Studying wasp nest

When a study was agreed to students brainstorm questions and ideas they might like to study and often a flo chart of ideas placed on the blackboard - an ideas from the Nuffield Science Project As ideas were completed they were checked off.

The teacher and class then  planned activities to complete in group work - art ideas, maths, language and activities related directly to the content chosen. We all believed t was important  to do fewer things well; in depth. A simple checklist of Learning Areas covered  enabled teachers to note areas needing future coverage,

Teaching skills at point of need.

Importance of observation
The importance of teaching skills at point of need in all areas of learning was vital to ensure all students achieve their 'personal best' and to help all students take a growing responsibility for their own learning and behaviour. One skill we thought important was 'to slow the pace' of students' work  so as to allow space for teachers to come alongside the learner to ensure all students were able to achieve their 'personal best'. The role of the teacher was to be a guide and facilitator to at as a learning coach  .. .

Class organisation and room environment

We had in our minds the metaphor of classrooms as a synthesis of a workshop, museum, science laboratory and art gallery - the  room environment we saw as the main influence on the students; the major 'message system'

We arranged the desks  to suit the pattern of work and the classroom was to more or less divided into learning areas - one for maths challenges;  one for language activities;  and one for the current study .Areas in the classroom we believed should not be rigid but  basically where students  do art activities, reading and research centres,  maths challenges and areas featuring the current study.

Some form of organisation we felt still important and teachers involved made use of group rotations with timetables and activities made explicit on the blackboard.  At first maths and language would be undertaken in the morning, moving away from ability grouping, and integrated , where possible, providing content and skills to used during the  afternoon activity time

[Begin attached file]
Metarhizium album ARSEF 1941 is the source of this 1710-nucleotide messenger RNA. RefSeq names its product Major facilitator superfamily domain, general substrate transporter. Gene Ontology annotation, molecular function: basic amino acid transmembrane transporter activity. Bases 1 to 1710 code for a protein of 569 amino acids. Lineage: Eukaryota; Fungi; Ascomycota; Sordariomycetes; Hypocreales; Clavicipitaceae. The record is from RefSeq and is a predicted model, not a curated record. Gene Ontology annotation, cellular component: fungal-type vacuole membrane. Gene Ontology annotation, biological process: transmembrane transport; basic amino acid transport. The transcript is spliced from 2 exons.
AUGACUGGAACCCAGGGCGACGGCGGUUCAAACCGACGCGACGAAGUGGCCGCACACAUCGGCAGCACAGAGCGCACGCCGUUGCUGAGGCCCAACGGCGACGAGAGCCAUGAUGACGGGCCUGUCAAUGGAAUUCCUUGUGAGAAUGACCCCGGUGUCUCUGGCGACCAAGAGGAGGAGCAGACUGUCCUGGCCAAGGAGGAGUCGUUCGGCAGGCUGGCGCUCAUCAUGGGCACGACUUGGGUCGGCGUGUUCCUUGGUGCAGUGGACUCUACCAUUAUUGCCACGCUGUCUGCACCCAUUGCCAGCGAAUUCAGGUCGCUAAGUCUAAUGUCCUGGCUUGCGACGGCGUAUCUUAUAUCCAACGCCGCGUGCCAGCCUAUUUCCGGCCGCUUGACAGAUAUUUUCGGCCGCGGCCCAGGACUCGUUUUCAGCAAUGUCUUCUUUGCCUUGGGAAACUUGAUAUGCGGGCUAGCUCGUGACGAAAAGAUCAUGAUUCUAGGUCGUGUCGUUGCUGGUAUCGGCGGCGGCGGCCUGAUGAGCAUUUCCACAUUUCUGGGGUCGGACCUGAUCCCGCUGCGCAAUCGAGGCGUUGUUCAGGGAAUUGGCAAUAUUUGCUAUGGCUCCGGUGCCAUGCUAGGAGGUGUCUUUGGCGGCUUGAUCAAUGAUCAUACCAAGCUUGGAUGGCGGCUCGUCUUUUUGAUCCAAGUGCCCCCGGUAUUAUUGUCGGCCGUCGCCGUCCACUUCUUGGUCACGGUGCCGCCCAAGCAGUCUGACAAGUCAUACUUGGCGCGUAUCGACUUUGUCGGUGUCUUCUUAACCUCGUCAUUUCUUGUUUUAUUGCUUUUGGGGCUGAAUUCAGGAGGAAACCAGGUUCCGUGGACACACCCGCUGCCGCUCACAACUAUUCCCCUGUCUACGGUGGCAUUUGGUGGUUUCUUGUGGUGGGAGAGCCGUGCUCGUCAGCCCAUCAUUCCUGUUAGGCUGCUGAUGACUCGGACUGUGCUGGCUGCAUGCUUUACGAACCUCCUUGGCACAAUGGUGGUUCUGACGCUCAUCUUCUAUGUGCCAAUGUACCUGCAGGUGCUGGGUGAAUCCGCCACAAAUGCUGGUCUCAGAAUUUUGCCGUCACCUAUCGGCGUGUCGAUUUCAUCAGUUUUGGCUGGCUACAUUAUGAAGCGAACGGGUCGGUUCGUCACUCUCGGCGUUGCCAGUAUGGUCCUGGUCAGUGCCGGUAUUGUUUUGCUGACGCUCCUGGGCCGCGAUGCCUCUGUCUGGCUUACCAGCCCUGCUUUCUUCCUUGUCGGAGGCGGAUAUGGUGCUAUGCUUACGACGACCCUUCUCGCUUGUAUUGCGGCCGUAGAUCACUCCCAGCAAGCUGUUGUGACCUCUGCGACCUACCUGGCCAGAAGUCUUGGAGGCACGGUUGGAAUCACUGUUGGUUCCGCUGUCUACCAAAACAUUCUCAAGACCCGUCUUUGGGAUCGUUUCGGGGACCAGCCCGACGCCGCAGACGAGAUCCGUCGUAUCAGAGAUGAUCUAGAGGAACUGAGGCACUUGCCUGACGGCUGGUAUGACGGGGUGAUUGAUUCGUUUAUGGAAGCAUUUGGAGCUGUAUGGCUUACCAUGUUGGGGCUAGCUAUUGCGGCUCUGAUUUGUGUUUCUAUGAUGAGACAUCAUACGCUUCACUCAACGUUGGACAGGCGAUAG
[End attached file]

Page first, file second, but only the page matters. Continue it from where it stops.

Workshop art gallery
Groups varied but essentially a research reading/writing group;  an activity group doing practical things; a group working on their finished booklet and an art group. .e.

At various times the whole day focused on the four group  changing three or four times during the day; a fully integrated day

Each study unit lasted three or four weeks with  week one introducing the study ( usually motivated by a teacher display)  planning activities and shared experiences. The second week  introduced rotational group work and following week (s) students working independently finishing off work.

'Slowing the pace of work' to develop quality.

One of the main ideas we felt important was to 'slow the pace of students ' to allow teachers to assist those in need  and to ensure quality results in any area of learning. We believed too many students worked with the belief 'that first finished is best' and spoilt their work by rushing. It was, we felt, important to develop a sense of craftsmanship and pride of achievement. We wanted all students to feel the satisfaction of doing something really well.
Careful observational of a pheasant - doing something realky well

As part of this 'slowing of the pace of work' was the idea to develop a sense of aesthetic craftsmanship /design in all activities . One important idea was to introduce the idea of focused observation through drawing  , not only for its own sake, but also to encourage questioning, ideas for language and to be re-imagined through the creative arts.

Student records of learning - 'portfolios' 

Am important element of programmes was the introduction of a personal writing book in which students process one piece of quality writing about their own lives weekly. As well another book  featured recorded ideas from content studies. Along with other books thees books were seen as student portfolios in which students and their parents can visually see progress. All books were expected to show qualitative improvement..